Lancelottie Tue 19-Jul-11 14:50:14

Look, is there any chance you could investigate a change of school? We diddled around for ages over this one with DS2 (also saying he wanted to die), thinking, well, he'd only take the same problems with him to a new place, but the new school has frankly been a godsend. Just enough kids were nosy kind enough to come and 'look after' the new boy for him to feel a lot less alone, and now he seems to be making real friends and to like himself a lot more.

He's happier than we've seen him since (similarly) around 7 or 8, which is when his early, sort-of friends started to drift off into different groups.

Lancelottie Tue 19-Jul-11 14:52:50

I think we need a handbook on 'The Non-Footballing Boy and How to Socialise Him'. It seems to be such a big deal if you don't like football.

Yup, my son also was furious at going to the doctor (who took it seriously enough for immediate referral to CAMHS, if that tells you anything), but anything is surely better than letting things just fester.

thisisyesterday Tue 19-Jul-11 14:53:39

"he already thinks he is 'weird' and has 'mental health problems' we try to tell him this isn't true (and I don't believe it is)"

so maybe you should listen to him?
I know you are just trying to make him feel better and make it all ok, but by dismissing his fears and concerns you are basically telling him that there is nothing wrong and that he is wrong to think there is

that may be partly why he has upped the ante and is saying he wants to kill himself... because up unitl now you have basically been telling him he is wrong, there is nothing wrong with him etc etc

why don't you ask him what he wants to do? he needs you to take this seriously, he needs to see that you are concerned for him and that you want to do something about it.
a trip to the doctor's will show him that yo're listening, that you're worried and that you're trying to help him.

schroeder Tue 19-Jul-11 15:17:15

I've spoken to his form teacher who was taken aback by the sound of it. He says ds has 2 particular friends in form who he talks and shock laughs with.

He is going to speak to the student support officer (or something) and see if he has observed ds at break time.

I feel a bit better, thing is ds always said he had no friends at primary school, but I could see people talking to him and playing football with him ( he does like football, just doesn't want to join a club).

I'm still worried about him of course; He is still very unhappy.sad

Maryz Tue 19-Jul-11 15:57:38

The thing is, that if he is saying this then he does have issues, whether he is perceived as weird, or whether he has convinced himself he has mental health issues or not. You have to deal with what he is telling you.

Which in my opinion means going to the gp, and asking for referral for counselling. I think it is important that he sees you taking him seriously and doing something, whatever that may be.

I wish I had listened to my gut feeling with ds more. Because he had friends, because he played sport, because he seemed fine in school, I put it to the back of my mind a bit. He would say he was unhappy, but seemed ok a lot of the time. What I didn't realise was the inside he was screaming sad, he felt weird, he felt out of place, he was finding the teenage relationships and school harder and harder all the time. He sank slowly into depression and anxiety, and although I suggested to my gp that we should maybe go down the medication route, I was told I was taking it too seriously, and that school thought he was doing well.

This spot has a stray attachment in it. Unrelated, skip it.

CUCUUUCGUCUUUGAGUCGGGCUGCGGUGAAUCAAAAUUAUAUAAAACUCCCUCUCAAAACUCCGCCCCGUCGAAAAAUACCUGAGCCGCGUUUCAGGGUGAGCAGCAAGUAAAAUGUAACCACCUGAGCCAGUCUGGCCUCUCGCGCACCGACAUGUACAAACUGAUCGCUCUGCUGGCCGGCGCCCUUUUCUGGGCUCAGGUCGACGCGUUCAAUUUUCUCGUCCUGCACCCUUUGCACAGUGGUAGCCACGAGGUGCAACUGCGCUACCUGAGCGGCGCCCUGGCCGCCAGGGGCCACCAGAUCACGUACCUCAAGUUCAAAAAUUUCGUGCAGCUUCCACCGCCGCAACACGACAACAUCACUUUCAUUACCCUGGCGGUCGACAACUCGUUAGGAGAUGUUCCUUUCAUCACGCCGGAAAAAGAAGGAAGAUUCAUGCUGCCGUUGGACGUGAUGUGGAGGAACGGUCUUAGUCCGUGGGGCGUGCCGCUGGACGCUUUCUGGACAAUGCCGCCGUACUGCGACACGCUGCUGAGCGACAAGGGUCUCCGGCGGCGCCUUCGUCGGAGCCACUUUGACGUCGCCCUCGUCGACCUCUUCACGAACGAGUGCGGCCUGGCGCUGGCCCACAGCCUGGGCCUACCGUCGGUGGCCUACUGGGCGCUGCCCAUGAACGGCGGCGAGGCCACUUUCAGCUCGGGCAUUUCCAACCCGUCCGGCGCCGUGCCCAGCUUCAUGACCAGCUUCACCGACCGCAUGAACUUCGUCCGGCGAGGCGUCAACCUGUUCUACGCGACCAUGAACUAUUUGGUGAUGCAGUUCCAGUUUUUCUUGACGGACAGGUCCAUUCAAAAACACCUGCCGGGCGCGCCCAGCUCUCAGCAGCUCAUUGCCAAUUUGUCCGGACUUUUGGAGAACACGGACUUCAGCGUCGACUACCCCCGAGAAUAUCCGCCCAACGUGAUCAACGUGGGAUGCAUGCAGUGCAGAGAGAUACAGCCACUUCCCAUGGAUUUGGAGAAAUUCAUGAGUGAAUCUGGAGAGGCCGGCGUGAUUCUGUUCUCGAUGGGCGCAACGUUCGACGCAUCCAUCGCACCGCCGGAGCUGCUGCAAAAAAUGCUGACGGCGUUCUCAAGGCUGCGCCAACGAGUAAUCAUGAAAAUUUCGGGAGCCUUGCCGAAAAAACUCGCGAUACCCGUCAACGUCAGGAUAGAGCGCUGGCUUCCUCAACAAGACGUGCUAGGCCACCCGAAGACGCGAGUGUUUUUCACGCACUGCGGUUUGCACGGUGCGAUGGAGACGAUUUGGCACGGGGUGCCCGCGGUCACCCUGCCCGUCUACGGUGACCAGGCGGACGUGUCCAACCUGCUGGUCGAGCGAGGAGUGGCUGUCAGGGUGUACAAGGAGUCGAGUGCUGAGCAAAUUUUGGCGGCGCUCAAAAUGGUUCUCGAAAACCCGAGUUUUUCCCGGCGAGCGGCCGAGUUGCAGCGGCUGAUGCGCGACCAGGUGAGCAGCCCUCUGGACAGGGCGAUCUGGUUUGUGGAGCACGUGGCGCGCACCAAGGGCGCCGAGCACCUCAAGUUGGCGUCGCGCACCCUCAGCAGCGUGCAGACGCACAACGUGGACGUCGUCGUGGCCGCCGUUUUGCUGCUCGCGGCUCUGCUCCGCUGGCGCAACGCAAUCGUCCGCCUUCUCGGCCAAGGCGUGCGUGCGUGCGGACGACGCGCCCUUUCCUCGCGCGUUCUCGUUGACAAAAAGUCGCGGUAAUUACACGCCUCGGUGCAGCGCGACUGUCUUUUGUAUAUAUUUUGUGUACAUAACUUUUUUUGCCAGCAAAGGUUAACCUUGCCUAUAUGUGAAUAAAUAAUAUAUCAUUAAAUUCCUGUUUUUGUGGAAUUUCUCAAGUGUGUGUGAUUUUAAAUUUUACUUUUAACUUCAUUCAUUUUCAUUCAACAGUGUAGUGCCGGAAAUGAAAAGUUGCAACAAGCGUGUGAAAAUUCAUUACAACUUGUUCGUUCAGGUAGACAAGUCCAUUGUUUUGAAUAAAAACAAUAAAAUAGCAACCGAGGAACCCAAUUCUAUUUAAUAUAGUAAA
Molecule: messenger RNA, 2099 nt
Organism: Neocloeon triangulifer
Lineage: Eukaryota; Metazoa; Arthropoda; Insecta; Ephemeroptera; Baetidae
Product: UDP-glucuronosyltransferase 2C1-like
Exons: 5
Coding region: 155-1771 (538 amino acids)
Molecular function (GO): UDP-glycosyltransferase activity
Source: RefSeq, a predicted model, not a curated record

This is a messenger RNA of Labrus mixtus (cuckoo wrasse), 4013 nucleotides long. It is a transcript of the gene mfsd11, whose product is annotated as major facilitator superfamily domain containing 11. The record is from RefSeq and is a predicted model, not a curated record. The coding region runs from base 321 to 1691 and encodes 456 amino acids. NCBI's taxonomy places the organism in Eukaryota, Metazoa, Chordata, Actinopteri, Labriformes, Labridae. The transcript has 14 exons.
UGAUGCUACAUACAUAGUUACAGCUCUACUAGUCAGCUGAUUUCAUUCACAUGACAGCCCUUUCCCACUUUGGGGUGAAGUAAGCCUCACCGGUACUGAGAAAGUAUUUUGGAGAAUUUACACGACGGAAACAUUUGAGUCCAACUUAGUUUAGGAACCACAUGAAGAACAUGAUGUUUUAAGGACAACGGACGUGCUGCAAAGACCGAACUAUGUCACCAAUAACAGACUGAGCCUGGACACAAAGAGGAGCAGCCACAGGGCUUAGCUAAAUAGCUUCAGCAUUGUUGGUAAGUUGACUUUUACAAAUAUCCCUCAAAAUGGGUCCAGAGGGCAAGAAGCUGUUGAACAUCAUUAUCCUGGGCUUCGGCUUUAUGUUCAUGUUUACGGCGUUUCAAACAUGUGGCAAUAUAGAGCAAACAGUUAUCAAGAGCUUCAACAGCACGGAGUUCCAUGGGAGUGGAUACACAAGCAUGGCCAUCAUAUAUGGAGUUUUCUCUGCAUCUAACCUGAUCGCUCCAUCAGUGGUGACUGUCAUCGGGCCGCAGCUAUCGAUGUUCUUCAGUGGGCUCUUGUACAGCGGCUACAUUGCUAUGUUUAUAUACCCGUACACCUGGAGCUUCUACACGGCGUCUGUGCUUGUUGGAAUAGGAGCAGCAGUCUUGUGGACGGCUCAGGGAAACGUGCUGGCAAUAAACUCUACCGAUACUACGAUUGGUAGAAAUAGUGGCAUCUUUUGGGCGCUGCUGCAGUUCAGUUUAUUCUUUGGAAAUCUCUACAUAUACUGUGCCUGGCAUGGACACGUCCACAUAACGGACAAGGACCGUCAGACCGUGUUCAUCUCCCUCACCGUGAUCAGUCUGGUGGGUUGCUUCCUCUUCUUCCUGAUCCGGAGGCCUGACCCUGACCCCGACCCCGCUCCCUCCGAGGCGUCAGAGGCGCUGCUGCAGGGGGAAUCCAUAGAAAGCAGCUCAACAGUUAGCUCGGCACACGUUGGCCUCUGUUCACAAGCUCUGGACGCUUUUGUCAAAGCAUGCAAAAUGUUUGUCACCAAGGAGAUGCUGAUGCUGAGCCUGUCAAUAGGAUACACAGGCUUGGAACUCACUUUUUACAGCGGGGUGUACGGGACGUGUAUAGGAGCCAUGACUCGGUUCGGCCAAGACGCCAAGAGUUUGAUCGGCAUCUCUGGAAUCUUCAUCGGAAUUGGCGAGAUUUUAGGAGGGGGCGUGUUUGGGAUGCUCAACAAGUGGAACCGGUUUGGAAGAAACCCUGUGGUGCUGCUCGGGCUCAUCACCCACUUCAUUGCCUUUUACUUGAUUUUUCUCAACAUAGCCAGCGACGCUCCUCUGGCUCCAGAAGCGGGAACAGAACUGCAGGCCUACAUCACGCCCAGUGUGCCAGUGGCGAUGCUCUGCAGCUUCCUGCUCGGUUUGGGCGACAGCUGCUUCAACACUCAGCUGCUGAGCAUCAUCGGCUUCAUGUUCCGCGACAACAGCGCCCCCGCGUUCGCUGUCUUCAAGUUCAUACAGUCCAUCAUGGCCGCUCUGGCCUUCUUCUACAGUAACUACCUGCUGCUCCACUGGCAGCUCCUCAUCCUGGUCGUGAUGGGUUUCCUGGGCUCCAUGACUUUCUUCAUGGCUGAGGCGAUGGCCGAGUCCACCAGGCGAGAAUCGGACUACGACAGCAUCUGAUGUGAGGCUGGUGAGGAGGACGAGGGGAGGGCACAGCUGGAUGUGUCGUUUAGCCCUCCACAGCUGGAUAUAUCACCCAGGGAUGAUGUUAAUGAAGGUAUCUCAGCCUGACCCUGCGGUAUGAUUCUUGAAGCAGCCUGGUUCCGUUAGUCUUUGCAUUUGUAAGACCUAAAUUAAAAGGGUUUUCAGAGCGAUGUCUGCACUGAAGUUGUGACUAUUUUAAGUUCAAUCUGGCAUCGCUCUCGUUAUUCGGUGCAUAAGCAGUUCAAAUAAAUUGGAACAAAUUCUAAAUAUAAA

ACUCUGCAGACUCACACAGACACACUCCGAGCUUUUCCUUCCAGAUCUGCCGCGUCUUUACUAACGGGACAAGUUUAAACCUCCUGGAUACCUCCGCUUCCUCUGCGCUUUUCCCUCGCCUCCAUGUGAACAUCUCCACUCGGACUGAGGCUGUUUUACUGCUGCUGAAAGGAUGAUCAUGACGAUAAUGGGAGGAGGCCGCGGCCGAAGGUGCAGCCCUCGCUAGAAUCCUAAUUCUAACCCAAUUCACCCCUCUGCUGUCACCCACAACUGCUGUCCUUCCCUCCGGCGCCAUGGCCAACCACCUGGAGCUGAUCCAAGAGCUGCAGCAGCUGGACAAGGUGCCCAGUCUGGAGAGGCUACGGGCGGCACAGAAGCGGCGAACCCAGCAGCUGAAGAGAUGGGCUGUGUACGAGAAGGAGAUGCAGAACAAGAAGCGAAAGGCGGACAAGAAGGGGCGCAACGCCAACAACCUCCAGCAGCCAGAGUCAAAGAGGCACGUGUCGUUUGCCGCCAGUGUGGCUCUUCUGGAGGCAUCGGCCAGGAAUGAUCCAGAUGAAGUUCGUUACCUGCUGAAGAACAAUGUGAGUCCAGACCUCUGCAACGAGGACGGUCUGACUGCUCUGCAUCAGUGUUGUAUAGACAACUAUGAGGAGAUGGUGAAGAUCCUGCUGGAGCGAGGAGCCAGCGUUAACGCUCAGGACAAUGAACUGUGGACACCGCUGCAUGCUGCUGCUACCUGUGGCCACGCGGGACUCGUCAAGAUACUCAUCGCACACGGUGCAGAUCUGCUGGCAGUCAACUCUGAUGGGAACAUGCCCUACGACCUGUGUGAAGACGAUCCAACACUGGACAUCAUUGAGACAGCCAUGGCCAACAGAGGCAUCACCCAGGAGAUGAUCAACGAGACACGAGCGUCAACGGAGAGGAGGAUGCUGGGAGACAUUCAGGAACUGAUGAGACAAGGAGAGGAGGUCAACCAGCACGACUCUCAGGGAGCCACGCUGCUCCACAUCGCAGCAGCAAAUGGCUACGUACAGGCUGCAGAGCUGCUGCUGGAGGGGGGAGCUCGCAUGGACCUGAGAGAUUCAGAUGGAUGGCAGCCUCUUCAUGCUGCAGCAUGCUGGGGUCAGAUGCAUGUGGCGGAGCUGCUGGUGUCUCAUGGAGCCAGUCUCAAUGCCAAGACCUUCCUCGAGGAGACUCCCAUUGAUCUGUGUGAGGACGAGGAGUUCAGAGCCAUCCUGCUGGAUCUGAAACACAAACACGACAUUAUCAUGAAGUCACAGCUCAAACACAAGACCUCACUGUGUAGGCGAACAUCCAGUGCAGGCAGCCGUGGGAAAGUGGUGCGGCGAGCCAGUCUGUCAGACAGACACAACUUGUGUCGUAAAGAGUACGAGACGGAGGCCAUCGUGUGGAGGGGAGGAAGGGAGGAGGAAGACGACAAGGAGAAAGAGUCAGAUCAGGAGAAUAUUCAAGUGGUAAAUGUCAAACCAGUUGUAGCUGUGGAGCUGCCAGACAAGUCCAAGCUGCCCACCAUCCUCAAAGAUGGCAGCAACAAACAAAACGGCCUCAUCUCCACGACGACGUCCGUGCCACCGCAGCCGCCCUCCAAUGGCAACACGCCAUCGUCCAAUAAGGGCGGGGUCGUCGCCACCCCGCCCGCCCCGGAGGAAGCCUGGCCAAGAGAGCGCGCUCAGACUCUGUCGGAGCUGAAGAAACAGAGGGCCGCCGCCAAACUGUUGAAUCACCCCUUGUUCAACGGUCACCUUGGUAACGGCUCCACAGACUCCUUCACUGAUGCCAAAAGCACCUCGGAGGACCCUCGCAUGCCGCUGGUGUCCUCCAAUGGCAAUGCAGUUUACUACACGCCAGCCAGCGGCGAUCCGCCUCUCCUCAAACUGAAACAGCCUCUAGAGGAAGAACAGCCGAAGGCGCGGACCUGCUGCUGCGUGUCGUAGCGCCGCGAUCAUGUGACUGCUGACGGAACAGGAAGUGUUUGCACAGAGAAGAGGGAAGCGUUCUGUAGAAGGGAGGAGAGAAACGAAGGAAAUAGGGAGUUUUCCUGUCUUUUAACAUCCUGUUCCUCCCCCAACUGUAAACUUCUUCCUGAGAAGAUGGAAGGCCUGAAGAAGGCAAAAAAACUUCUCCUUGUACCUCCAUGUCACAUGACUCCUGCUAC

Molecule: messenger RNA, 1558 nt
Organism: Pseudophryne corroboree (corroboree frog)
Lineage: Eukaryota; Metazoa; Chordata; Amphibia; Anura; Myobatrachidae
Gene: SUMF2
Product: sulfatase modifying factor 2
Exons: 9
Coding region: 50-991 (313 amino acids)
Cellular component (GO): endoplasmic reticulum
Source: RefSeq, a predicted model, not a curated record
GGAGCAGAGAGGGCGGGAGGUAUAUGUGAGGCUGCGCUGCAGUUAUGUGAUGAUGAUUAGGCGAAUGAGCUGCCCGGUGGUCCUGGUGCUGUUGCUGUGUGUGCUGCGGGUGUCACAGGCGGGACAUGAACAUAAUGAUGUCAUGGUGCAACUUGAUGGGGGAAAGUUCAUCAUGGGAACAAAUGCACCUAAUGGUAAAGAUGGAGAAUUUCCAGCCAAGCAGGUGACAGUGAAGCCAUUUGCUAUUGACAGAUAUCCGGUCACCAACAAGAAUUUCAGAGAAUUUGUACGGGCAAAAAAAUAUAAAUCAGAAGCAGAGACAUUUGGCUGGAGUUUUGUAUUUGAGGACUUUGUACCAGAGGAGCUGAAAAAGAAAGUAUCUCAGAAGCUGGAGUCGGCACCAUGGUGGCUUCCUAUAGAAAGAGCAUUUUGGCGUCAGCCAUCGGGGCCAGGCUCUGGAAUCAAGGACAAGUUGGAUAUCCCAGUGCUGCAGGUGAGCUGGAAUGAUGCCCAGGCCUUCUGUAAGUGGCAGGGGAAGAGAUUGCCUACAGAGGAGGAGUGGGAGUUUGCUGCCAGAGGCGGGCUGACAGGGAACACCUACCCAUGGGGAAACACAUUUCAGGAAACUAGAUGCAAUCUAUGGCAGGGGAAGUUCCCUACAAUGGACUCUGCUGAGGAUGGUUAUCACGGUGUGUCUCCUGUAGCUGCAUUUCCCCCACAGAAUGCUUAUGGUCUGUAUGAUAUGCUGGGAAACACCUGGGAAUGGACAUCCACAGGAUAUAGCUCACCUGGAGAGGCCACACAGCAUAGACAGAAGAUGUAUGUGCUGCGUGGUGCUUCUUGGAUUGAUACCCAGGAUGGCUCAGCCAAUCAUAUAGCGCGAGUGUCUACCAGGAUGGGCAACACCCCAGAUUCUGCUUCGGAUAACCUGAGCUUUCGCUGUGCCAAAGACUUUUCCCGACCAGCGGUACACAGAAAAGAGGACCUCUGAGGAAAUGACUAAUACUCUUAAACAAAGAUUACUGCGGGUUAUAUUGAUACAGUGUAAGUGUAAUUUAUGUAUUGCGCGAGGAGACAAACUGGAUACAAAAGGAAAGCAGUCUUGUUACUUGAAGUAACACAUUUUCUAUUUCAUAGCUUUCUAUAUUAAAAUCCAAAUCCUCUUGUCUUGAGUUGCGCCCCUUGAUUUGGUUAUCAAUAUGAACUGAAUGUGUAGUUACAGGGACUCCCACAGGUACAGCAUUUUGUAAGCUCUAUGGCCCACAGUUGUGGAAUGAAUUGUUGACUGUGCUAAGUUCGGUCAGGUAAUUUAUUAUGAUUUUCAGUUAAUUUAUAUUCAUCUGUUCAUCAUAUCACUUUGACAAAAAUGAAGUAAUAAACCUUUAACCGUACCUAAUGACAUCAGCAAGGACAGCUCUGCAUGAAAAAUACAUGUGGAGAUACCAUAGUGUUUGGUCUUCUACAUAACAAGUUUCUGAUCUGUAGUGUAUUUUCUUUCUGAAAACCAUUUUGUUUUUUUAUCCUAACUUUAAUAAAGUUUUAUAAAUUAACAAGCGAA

Which is why he turned to drugs to hide the pain of his life, and now it's too late. I don't think (particularly after his friend hung himself), he will ever recover.

schroeder Tue 19-Jul-11 16:21:02

I'm really sorry you have had such a horrible experience maryz, but I'm not at all sure that it would be right for me to talk to the GP when ds is so set against it.

I will talk to the young minds mental health professional when they call me back and see what they think. And the Student support officer too.

Maryz Tue 19-Jul-11 16:29:25

Just do keep an eye. I had no idea what was going on in his head (I still don't really), but I do regret not doing enough.

Hopefully him realising that you are listening and sympathetic will help him smile.

schroeder Tue 19-Jul-11 16:44:48

I'm not being judgey (I know! unusual on here), but how was your ds able to get and take drugs and alcohol without you knowing?

I just can't imagine how that can happen <naive country bumpkin>

BerylOfLaughs Tue 19-Jul-11 16:51:00

I see you've had some good advice already but just wanted to add another voice to say please take this very seriously indeed. In 6 years he will likely move out of home and then your opportunity to help him is greatly diminished. Talk talk talk and listen listen listen.

Maryz Tue 19-Jul-11 17:29:57

Oh, we knew, but couldn't stop him. At the age of 13 he could just walk out of the house, hit anyone who stood in his way, smash windows and doors to escape and basically do as he liked. Social services wouldn't intervene (because we were caring parents shock), his behaviour at the time wasn't bad enough hmm to get the police involved, it was just awful. By the time he was 15 he was out of school and running wild.